Ocean quakes spark tsunami panic

Two massive earthquakes have triggered back-to-back tsunami warnings for Indonesia sending frightened people to high ground .

But they produced no deadly waves or serious damage and an alert for much of the Indian Ocean was lifted after a few hours.

Women and children cried in Aceh, where memories are still vivid of the 2004 tsunami that killed 170,000 people in the province alone. Others screamed "God is great" as they poured from their homes or searched frantically for separated family members. Patients were wheeled out of hospitals, some still lying in their beds with drips attached to their arms.

The US Geological Survey said the first 8.6-magnitude quake was a shallow 14 miles underground in the sea 270 miles from Aceh's provincial capital. An alert that followed from the Pacific Tsunami Warning Centre in Hawaii advised countries all along the rim of the Indian Ocean, from Australia and India to as far off as Africa, that a seismically charged wave could head their way.

Two deadly tsunamis in the last decade - the most recent off Japan just one year ago - have left the world much better prepared. Sirens sounded along coastlines and warnings spread like wildfire by mobile phone text messaging. Though often chaotic, evacuations began immediately with streets clogged with traffic, especially in Aceh. The only wave to hit, though, was less than 30 inches high, rolling to Indonesia's emptied coastline.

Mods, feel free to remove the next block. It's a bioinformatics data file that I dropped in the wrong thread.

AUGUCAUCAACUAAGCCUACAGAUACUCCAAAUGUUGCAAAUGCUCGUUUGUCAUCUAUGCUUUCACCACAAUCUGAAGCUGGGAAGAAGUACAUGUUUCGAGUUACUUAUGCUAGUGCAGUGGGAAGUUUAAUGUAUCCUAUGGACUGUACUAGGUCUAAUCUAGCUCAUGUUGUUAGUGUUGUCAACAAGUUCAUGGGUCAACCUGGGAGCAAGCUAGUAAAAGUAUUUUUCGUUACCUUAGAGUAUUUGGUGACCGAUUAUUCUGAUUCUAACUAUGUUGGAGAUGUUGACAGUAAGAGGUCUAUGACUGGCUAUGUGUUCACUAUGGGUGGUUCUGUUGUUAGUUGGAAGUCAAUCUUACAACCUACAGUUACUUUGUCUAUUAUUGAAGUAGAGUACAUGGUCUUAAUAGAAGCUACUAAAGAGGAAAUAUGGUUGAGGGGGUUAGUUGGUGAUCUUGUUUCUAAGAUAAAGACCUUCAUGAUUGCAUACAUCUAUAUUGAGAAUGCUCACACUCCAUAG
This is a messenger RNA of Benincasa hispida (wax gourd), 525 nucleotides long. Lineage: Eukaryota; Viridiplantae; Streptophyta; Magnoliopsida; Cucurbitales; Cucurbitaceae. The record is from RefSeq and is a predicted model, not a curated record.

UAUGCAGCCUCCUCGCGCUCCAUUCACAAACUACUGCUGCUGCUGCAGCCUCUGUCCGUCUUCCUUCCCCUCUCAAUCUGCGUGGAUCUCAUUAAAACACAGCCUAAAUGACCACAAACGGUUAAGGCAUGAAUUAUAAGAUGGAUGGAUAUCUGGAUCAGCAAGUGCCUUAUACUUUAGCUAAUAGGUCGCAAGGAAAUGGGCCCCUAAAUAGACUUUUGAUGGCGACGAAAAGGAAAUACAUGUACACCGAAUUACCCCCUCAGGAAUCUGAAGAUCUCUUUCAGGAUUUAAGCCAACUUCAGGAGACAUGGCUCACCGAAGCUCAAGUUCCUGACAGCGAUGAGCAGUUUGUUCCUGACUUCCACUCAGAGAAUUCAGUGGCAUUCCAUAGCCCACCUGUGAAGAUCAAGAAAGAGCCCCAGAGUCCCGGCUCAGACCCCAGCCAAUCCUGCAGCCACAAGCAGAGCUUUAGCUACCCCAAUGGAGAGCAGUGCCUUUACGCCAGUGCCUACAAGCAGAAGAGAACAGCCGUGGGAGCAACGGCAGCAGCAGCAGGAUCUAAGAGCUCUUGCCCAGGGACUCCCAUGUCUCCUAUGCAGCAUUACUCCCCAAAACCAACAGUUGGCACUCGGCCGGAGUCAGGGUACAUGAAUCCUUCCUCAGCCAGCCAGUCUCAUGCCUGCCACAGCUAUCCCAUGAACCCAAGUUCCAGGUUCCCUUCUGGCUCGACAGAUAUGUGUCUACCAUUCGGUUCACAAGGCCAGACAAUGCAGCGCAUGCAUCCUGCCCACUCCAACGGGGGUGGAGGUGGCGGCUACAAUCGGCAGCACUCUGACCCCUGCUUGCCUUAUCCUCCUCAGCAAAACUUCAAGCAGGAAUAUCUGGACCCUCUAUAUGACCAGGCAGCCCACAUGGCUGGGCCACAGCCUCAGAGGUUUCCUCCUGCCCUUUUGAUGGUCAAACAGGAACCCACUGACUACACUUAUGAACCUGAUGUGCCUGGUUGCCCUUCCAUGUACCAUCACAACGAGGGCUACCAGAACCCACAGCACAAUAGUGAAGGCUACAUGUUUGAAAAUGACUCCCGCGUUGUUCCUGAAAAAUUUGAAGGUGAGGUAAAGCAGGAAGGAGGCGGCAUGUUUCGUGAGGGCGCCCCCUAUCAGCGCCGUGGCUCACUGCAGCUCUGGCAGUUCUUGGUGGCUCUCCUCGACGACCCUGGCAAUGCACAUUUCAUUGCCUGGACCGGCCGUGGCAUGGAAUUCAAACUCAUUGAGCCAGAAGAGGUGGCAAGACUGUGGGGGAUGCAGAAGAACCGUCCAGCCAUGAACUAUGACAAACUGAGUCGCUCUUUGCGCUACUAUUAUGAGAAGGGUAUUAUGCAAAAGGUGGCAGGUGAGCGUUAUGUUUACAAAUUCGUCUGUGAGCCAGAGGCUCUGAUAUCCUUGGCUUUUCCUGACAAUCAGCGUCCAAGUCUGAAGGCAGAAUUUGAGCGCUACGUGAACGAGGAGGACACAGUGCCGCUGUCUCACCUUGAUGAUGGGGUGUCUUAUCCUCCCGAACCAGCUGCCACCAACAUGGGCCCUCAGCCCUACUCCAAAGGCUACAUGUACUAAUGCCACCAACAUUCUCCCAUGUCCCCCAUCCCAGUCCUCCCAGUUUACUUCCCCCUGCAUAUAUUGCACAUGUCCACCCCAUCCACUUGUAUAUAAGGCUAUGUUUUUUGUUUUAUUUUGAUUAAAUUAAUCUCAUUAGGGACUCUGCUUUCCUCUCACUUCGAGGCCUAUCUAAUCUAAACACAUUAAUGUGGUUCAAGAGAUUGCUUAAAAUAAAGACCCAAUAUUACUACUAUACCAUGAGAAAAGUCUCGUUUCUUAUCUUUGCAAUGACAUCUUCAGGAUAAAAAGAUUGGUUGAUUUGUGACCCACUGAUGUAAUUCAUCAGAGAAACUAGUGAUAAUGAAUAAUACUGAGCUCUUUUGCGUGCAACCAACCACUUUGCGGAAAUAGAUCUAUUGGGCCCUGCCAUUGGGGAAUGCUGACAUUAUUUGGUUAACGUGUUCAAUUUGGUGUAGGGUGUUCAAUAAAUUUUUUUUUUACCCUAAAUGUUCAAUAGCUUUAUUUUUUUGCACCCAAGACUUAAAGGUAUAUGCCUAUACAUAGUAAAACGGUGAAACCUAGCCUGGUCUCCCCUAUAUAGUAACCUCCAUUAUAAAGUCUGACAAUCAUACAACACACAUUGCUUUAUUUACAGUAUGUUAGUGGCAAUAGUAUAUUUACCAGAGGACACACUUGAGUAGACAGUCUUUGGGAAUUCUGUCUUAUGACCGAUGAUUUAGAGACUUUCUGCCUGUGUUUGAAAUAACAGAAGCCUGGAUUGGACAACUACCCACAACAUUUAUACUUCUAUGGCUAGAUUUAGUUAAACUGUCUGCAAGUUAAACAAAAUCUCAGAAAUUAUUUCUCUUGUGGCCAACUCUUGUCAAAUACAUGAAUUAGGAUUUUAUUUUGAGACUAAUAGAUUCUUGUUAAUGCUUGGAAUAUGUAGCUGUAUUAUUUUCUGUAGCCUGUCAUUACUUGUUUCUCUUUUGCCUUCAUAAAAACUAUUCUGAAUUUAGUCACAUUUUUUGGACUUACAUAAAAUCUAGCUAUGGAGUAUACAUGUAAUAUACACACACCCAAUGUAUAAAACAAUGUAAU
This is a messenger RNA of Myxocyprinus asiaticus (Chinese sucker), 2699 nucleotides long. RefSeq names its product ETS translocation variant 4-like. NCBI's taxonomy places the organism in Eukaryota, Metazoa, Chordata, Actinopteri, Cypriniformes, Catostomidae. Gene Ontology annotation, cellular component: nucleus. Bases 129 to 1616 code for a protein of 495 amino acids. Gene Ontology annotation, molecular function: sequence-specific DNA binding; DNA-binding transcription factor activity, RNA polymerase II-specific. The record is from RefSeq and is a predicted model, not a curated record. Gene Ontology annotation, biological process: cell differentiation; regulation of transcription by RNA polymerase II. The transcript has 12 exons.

Just as the region was sighing relief, an 8.2-magnitude aftershock followed. Residents in Aceh could hardly believe it. "What did we do to deserve this?" cried Aisyah Husaini, 47, who lost both her parents and a son in the 2004 tsunami. "What sins have we committed? I'm so scared, I don't want to lose my family again," she said, clinging to her two children in a mosque in Banda Aceh, where hundreds of people sheltered.

Again, though, the threat quickly passed. Experts said the quakes did not have the potential to create massive tsunamis because the friction and shaking occurred horizontally, not vertically. The earth's tectonic plates slid against each other, creating more of a vibration in the water. In contrast, mega-thrust quakes cause the seabed to rise or drop vertically, displacing massive amounts of water and sending towering waves racing across the ocean at jetliner speeds.

The tremors were felt in neighbouring Malaysia, where high-rise buildings shook, and Thailand, India and Bangladesh. They, Sri Lanka and the Maldives evacuated buildings and beaches and readied relief efforts in case of disaster.

The World Meteorological Organisation said communication systems set up after the 2004 tsunami appeared to have worked well.

Indonesia straddles a series of fault lines that makes the vast island nation prone to volcanic and seismic activity. The giant 9.1-magnitude quake and tsunami on Boxing Day 2004 killed 230,000 people in about a dozen nations.